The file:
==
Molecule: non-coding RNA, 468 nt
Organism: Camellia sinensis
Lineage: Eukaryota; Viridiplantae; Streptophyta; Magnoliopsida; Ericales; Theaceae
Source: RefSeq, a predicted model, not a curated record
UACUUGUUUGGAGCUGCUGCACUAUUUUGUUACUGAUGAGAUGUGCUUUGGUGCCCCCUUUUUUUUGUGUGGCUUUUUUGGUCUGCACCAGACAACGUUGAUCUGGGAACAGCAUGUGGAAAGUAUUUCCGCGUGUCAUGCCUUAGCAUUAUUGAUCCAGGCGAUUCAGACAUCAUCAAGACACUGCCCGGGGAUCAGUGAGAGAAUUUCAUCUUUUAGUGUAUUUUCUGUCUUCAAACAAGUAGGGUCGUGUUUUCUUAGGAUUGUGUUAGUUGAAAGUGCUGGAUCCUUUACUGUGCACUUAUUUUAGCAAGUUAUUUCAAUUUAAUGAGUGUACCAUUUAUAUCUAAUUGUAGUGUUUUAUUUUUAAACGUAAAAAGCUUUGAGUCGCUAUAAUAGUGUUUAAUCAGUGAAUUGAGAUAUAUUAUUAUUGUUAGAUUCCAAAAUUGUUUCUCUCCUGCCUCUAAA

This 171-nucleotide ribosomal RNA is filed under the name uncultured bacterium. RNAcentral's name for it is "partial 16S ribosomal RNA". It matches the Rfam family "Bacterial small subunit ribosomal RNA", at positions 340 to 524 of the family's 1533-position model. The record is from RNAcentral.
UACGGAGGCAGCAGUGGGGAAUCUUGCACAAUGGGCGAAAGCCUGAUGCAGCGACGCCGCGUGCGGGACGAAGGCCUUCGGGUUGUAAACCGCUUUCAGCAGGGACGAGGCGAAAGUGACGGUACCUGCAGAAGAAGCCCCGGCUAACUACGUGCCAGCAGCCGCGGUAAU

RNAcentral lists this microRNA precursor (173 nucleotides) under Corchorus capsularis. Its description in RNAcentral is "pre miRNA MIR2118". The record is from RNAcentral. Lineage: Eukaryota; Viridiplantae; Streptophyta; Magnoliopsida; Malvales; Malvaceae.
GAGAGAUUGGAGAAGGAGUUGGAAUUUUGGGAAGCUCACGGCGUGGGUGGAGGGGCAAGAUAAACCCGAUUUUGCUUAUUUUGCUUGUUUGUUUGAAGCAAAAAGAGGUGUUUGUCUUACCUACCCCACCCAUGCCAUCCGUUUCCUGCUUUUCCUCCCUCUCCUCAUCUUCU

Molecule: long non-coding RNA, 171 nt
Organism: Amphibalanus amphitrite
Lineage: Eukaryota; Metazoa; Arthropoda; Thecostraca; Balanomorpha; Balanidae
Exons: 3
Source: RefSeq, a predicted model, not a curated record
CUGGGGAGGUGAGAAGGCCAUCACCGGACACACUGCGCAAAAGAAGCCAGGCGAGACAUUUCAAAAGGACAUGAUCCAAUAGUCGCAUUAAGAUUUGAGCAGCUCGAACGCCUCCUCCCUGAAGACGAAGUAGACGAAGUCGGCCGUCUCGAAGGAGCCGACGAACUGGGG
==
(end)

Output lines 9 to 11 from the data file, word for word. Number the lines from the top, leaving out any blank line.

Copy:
GAGAGAUUGGAGAAGGAGUUGGAAUUUUGGGAAGCUCACGGCGUGGGUGGAGGGGCAAGAUAAACCCGAUUUUGCUUAUUUUGCUUGUUUGUUUGAAGCAAAAAGAGGUGUUUGUCUUACCUACCCCACCCAUGCCAUCCGUUUCCUGCUUUUCCUCCCUCUCCUCAUCUUCU

Molecule: long non-coding RNA, 171 nt
Organism: Amphibalanus amphitrite